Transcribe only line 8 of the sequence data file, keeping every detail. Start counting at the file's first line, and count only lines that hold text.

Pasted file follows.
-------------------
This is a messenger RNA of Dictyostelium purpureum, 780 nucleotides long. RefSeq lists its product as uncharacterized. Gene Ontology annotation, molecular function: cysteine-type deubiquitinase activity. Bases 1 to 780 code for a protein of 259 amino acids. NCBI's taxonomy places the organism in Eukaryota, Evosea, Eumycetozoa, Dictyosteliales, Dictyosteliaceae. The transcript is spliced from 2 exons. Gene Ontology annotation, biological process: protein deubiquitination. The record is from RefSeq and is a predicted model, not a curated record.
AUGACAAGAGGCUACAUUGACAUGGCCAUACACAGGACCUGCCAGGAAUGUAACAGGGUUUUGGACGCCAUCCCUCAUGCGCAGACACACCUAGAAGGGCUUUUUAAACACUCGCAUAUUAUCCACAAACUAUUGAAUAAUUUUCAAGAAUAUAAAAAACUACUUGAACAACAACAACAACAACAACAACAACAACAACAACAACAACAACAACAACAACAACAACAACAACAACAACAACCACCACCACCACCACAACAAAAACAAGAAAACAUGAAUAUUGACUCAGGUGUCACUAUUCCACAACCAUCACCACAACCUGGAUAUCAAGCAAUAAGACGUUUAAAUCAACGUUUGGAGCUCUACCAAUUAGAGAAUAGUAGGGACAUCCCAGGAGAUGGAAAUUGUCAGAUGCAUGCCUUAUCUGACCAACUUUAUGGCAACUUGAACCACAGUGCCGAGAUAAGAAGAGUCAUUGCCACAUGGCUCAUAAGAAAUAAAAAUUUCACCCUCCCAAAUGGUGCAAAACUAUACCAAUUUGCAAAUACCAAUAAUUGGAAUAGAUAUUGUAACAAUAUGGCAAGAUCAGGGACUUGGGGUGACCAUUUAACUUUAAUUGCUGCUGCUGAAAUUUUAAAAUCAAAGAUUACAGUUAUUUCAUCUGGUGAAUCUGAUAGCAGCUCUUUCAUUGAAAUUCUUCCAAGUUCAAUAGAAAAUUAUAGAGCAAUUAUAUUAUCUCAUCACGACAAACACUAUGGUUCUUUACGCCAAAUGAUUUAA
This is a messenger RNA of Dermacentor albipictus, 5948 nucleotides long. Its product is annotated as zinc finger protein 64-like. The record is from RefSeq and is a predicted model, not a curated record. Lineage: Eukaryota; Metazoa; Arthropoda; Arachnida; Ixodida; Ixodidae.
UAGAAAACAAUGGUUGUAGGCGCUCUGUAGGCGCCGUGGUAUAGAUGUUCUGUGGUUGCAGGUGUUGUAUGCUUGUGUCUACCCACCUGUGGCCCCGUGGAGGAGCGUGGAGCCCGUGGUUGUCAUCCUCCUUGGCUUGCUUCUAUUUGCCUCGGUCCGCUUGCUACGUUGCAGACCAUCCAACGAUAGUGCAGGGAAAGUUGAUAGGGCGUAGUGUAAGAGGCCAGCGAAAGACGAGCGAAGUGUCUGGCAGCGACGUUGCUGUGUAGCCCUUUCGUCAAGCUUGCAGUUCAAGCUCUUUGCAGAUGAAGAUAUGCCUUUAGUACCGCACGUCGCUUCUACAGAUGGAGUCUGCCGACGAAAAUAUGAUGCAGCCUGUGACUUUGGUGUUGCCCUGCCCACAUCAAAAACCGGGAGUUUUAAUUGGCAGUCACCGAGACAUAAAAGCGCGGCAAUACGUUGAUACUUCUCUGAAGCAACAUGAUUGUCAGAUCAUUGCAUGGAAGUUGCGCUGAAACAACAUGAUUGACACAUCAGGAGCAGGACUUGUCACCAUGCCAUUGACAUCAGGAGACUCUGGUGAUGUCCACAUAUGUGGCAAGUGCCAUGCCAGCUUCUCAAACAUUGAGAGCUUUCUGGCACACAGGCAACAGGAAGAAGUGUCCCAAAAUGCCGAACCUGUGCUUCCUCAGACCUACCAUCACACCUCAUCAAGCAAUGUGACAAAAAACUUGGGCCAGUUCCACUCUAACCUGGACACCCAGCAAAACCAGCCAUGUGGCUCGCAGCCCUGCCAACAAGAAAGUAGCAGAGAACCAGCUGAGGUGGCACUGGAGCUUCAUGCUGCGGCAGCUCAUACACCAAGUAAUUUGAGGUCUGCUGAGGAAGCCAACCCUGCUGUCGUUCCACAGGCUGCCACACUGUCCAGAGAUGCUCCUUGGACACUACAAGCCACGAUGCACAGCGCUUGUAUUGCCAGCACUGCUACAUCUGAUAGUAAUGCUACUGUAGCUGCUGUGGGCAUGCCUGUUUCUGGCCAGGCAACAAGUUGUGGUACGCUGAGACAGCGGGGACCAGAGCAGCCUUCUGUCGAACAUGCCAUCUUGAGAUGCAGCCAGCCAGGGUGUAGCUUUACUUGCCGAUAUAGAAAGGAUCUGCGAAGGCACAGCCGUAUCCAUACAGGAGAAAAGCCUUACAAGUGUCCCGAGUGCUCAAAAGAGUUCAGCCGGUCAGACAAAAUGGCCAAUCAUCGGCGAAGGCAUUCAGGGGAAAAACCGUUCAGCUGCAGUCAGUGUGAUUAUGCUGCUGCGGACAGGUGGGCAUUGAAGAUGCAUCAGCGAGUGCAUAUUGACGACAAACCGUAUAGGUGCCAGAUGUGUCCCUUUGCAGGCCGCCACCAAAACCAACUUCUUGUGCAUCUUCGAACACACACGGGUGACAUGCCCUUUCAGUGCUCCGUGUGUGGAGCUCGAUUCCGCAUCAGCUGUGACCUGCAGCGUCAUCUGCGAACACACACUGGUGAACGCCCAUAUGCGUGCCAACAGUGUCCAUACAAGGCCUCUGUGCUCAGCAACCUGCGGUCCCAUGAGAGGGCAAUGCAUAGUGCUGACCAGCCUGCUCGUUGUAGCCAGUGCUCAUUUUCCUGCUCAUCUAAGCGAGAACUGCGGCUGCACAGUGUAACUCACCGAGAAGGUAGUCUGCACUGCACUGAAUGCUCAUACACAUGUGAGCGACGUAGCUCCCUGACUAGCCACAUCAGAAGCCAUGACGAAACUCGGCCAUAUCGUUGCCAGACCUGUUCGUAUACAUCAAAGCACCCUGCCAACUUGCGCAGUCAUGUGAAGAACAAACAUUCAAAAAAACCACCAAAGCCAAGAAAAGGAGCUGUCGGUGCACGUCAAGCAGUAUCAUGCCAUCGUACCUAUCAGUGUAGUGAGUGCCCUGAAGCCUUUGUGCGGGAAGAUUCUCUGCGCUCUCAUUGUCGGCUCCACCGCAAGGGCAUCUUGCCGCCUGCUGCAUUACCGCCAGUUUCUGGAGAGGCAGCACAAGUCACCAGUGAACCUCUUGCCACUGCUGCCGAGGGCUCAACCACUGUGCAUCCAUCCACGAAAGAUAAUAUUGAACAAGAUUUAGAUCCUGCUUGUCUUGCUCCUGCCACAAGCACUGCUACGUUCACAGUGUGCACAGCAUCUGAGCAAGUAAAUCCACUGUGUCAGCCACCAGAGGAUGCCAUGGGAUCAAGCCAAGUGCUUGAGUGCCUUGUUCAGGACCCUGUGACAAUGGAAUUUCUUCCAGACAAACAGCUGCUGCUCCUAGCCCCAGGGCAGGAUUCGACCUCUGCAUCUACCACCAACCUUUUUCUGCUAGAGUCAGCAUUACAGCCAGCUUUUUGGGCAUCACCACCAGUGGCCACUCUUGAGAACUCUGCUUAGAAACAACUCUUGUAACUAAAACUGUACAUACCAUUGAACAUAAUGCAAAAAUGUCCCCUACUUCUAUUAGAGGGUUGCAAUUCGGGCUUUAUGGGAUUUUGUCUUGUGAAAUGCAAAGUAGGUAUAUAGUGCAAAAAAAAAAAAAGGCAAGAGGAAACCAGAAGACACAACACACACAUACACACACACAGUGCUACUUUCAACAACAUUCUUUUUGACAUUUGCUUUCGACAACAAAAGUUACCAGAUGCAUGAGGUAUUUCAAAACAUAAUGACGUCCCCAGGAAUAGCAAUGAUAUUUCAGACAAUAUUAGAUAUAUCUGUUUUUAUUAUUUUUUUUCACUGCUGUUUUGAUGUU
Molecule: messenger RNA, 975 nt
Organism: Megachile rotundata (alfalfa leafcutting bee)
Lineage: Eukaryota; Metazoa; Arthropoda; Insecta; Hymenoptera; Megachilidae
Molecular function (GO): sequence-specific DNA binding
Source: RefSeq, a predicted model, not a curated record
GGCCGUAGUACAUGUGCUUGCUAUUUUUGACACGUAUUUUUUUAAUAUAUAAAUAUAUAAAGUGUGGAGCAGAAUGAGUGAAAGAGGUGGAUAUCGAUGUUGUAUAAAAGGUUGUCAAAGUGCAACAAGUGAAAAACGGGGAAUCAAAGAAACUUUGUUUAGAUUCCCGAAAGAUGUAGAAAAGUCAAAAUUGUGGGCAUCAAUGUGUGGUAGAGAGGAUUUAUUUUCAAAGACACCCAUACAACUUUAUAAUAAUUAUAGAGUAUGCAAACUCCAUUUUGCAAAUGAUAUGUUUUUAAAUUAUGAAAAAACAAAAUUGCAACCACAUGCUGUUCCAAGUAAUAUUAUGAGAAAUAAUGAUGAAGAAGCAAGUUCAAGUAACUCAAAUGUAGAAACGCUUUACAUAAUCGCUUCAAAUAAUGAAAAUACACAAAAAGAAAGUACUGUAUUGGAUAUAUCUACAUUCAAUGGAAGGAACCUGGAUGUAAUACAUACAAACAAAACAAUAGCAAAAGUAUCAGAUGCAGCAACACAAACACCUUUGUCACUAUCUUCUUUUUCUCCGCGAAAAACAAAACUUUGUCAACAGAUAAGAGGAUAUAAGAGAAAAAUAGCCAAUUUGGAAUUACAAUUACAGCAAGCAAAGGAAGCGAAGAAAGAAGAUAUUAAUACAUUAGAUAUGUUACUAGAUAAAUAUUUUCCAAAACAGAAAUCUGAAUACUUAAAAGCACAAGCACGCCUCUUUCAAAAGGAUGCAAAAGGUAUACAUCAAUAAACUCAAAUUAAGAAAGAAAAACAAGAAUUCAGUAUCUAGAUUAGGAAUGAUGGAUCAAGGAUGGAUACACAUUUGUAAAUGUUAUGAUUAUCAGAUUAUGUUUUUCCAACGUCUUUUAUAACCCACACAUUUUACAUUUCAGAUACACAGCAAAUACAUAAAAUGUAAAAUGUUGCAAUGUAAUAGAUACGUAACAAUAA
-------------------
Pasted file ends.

Molecular function (GO): sequence-specific DNA binding